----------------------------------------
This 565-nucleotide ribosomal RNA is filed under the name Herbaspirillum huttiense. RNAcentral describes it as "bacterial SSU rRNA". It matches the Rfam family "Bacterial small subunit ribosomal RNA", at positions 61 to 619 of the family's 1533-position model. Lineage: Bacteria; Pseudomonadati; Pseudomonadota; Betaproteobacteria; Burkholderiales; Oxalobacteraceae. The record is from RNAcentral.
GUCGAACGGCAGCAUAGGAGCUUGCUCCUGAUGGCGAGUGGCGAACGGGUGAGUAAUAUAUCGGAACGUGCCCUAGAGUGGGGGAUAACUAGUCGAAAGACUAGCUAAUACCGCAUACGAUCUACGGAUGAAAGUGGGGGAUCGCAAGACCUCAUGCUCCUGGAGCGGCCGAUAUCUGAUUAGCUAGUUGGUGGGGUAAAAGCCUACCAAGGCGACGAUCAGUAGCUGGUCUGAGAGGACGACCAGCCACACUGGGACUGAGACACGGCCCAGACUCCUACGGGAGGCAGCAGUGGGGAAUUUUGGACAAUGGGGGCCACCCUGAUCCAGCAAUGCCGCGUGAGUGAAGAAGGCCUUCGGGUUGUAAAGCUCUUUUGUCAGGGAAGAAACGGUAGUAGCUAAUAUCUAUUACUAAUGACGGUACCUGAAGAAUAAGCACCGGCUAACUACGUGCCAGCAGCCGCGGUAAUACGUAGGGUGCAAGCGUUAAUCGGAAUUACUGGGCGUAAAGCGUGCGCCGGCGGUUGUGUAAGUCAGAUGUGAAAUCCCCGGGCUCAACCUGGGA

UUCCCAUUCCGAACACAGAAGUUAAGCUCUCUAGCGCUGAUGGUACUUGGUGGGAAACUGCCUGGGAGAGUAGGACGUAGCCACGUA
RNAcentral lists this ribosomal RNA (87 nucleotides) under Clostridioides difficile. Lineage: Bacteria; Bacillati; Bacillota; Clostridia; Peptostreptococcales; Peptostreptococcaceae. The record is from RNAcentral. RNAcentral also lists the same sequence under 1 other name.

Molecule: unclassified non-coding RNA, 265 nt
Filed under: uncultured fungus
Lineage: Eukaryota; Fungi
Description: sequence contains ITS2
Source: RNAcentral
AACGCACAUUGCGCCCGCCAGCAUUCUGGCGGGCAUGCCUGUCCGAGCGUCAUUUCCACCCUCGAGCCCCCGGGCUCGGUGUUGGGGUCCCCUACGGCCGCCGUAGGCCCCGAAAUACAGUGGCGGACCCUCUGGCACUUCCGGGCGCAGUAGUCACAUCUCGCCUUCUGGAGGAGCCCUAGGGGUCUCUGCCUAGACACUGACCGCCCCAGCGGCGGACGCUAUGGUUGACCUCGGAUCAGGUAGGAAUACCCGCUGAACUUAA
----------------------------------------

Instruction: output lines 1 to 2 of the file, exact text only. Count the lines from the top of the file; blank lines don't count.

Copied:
This 565-nucleotide ribosomal RNA is filed under the name Herbaspirillum huttiense. RNAcentral describes it as "bacterial SSU rRNA". It matches the Rfam family "Bacterial small subunit ribosomal RNA", at positions 61 to 619 of the family's 1533-position model. Lineage: Bacteria; Pseudomonadati; Pseudomonadota; Betaproteobacteria; Burkholderiales; Oxalobacteraceae. The record is from RNAcentral.
GUCGAACGGCAGCAUAGGAGCUUGCUCCUGAUGGCGAGUGGCGAACGGGUGAGUAAUAUAUCGGAACGUGCCCUAGAGUGGGGGAUAACUAGUCGAAAGACUAGCUAAUACCGCAUACGAUCUACGGAUGAAAGUGGGGGAUCGCAAGACCUCAUGCUCCUGGAGCGGCCGAUAUCUGAUUAGCUAGUUGGUGGGGUAAAAGCCUACCAAGGCGACGAUCAGUAGCUGGUCUGAGAGGACGACCAGCCACACUGGGACUGAGACACGGCCCAGACUCCUACGGGAGGCAGCAGUGGGGAAUUUUGGACAAUGGGGGCCACCCUGAUCCAGCAAUGCCGCGUGAGUGAAGAAGGCCUUCGGGUUGUAAAGCUCUUUUGUCAGGGAAGAAACGGUAGUAGCUAAUAUCUAUUACUAAUGACGGUACCUGAAGAAUAAGCACCGGCUAACUACGUGCCAGCAGCCGCGGUAAUACGUAGGGUGCAAGCGUUAAUCGGAAUUACUGGGCGUAAAGCGUGCGCCGGCGGUUGUGUAAGUCAGAUGUGAAAUCCCCGGGCUCAACCUGGGA